To help solve their chronic funding deficit, Spanish public universities are encouraging staff to bring in resources by collaborating with the private sector. This was made possible in 1983 by article 11 of the University Reform Law, which permits faculty members to sign contracts with private institutions. As an incentive, such contracts may include personal remuneration. The aim of article 11 is to promote collaboration between universities and industry through scientific and technical research projects. But illegitimate application of the law is eroding this philosophy, to the detriment of the scientific objectives of universities.
Article 11 is increasingly being used to conceal contracts offering ordinary services of low technical complexity, that have nothing to do with research and fall within the scope of private companies. These activities largely use infrastructure and staff paid for by public funds. In this way, the university is stealing employment opportunities and competing with the private sector. So universities may be undermining one of their main functions: the integration of qualified young people into the labour market.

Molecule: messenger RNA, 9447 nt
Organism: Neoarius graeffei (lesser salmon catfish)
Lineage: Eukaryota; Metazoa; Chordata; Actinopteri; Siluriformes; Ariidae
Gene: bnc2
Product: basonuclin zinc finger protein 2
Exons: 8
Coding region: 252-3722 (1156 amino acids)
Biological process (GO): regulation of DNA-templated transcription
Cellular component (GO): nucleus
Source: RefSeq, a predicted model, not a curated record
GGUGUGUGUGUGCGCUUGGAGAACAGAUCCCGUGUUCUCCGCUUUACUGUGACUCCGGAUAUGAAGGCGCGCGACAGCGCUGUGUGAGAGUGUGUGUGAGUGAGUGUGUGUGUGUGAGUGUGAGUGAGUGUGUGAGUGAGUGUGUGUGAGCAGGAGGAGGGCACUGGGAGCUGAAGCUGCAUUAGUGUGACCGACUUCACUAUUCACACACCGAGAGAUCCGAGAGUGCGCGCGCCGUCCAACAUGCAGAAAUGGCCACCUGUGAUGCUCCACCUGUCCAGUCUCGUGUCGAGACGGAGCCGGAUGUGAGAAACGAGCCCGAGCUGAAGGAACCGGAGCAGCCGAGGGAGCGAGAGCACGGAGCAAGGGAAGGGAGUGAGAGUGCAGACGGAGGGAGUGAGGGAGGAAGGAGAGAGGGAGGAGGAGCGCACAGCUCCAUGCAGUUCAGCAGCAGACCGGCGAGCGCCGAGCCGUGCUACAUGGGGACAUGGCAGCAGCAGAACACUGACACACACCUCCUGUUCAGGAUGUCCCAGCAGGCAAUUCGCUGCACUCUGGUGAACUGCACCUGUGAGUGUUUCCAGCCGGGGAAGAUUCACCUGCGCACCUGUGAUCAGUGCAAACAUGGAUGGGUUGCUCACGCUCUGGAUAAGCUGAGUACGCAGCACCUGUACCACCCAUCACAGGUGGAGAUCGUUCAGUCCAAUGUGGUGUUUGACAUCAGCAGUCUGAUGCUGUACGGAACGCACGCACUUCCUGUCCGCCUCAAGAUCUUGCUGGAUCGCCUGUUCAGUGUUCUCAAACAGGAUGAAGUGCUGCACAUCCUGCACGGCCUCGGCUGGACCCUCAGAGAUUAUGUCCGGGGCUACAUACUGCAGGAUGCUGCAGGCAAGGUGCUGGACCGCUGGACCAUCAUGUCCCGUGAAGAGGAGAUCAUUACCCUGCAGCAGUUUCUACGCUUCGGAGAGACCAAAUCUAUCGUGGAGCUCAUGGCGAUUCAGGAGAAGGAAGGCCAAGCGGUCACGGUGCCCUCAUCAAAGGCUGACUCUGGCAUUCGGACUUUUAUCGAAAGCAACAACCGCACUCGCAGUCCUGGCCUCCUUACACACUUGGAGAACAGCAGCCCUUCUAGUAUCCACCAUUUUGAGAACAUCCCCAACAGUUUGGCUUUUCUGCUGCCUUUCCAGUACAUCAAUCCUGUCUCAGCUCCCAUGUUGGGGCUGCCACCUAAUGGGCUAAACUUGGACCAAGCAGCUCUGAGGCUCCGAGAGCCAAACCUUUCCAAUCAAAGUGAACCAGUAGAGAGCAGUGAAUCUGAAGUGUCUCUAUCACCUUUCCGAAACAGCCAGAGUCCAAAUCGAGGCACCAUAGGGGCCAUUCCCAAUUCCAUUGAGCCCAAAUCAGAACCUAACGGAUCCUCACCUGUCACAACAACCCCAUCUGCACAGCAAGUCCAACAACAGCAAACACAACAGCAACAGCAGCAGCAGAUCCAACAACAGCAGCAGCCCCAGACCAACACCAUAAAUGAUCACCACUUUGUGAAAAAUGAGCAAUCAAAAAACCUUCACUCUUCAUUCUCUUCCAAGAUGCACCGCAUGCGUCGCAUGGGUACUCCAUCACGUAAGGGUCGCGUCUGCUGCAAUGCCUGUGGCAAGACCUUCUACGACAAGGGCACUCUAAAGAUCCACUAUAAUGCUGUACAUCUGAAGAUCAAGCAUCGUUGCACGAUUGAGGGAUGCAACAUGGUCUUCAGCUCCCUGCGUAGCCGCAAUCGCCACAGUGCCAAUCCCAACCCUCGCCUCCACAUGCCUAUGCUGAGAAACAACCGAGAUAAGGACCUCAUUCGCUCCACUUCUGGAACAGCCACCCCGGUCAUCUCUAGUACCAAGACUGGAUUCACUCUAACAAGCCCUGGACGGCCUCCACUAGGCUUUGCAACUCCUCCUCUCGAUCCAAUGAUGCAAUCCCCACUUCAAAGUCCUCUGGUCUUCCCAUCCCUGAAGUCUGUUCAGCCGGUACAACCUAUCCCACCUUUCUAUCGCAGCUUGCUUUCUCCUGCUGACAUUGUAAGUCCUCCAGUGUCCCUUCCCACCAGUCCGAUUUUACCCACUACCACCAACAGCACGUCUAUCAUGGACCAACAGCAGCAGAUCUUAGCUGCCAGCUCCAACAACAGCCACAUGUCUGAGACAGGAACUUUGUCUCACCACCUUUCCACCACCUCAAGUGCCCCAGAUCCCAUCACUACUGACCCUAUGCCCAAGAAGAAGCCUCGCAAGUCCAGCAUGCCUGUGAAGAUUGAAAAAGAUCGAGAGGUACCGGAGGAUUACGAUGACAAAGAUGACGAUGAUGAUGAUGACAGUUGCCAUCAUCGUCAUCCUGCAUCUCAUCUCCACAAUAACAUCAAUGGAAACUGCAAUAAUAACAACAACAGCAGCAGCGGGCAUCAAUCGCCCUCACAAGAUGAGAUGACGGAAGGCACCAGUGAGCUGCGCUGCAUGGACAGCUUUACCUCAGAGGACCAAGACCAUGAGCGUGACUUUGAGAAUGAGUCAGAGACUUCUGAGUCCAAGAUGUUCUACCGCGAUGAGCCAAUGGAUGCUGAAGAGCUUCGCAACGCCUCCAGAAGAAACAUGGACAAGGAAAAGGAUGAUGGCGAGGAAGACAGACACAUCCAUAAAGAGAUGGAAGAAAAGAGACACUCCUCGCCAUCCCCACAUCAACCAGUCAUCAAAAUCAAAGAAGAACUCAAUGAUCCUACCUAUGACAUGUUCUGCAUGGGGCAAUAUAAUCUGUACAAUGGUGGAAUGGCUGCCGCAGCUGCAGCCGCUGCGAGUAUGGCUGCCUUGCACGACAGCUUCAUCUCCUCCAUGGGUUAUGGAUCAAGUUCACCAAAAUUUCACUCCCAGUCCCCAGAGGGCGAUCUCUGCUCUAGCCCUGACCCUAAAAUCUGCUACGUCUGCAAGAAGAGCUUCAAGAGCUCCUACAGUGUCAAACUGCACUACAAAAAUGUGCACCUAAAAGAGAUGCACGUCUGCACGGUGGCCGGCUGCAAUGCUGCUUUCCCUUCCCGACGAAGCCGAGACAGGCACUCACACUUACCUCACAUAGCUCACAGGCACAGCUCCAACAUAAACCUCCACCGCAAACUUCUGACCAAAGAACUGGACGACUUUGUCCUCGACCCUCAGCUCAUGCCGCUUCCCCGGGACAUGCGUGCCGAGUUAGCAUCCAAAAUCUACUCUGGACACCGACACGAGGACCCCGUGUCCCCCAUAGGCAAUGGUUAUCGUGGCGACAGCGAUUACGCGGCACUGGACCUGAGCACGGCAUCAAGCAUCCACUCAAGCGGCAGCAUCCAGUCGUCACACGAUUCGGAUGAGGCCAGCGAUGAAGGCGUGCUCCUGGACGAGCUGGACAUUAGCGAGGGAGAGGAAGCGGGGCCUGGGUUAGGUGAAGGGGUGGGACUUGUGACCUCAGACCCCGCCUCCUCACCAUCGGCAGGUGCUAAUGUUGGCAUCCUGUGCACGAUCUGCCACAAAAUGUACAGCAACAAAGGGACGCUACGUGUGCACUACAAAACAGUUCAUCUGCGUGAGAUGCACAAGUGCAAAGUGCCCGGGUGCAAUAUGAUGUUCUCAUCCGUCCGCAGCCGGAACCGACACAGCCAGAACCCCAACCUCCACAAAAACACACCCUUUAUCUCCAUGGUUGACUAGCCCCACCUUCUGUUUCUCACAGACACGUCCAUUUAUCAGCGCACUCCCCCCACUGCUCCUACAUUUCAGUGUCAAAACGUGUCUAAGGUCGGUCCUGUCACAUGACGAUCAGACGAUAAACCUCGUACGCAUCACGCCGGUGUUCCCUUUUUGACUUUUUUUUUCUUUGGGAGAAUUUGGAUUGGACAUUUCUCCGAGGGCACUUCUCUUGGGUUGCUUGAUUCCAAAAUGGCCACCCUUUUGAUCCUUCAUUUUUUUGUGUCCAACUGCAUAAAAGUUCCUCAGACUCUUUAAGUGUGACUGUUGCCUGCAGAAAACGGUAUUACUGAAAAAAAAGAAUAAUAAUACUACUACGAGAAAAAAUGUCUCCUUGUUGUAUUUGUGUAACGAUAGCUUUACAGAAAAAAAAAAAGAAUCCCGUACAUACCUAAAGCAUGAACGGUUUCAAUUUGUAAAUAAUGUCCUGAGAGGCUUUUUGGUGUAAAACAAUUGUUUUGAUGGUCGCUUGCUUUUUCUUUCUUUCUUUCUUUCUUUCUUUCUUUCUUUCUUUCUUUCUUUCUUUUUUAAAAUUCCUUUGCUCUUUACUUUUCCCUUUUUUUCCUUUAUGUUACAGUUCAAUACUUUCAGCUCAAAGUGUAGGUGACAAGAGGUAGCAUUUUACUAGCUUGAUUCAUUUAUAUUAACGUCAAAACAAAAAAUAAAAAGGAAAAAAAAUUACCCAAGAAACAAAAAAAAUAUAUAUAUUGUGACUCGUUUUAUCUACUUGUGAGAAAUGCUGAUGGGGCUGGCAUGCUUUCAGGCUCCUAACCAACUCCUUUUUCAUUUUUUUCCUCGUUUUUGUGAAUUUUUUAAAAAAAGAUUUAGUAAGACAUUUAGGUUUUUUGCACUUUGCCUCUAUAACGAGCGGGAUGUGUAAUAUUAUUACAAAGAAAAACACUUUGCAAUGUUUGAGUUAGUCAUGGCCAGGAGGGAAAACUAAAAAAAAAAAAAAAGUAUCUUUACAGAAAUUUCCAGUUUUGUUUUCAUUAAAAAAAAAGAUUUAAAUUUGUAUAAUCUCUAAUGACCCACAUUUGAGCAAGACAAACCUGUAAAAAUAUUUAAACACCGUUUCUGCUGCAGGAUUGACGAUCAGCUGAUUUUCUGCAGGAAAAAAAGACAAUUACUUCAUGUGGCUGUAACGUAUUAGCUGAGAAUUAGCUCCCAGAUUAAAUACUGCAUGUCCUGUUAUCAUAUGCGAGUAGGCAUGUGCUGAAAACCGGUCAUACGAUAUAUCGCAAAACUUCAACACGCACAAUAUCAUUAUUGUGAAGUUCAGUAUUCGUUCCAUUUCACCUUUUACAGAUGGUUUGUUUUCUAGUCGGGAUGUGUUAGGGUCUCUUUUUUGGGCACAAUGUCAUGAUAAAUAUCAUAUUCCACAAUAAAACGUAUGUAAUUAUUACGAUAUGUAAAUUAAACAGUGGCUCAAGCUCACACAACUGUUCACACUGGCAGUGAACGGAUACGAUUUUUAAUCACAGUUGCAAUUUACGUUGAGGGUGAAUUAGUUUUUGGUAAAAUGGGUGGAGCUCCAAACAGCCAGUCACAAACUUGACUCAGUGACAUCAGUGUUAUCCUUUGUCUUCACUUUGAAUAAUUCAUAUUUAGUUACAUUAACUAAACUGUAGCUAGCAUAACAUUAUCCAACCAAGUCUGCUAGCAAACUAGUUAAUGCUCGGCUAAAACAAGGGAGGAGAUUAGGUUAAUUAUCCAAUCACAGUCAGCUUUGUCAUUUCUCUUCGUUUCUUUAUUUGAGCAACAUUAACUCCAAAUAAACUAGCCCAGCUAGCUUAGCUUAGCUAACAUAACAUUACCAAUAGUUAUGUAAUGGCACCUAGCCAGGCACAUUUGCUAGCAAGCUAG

The provision of these services by universities is also opposed to their primary objective as institutions dedicated to basic science. Such contracts, often given priority because they help line the pockets of the staff, take up precious time that would be better spent on research of wider scope and scientific value. The incorrect application of article 11 is leading to an illicit trade in which unscrupulous companies transfer routine activities to university labs, thereby reducing production costs, and academic staff obtain easy money without having to compete for funds with other researchers on the basis of proper scientific evaluation.
This will slow down scientific progress. It would be intolerable if universities became no more than vulgar enterprises supplying everyday technical services. Article 11 contracts must be regulated to ensure that they promote scientific excellence.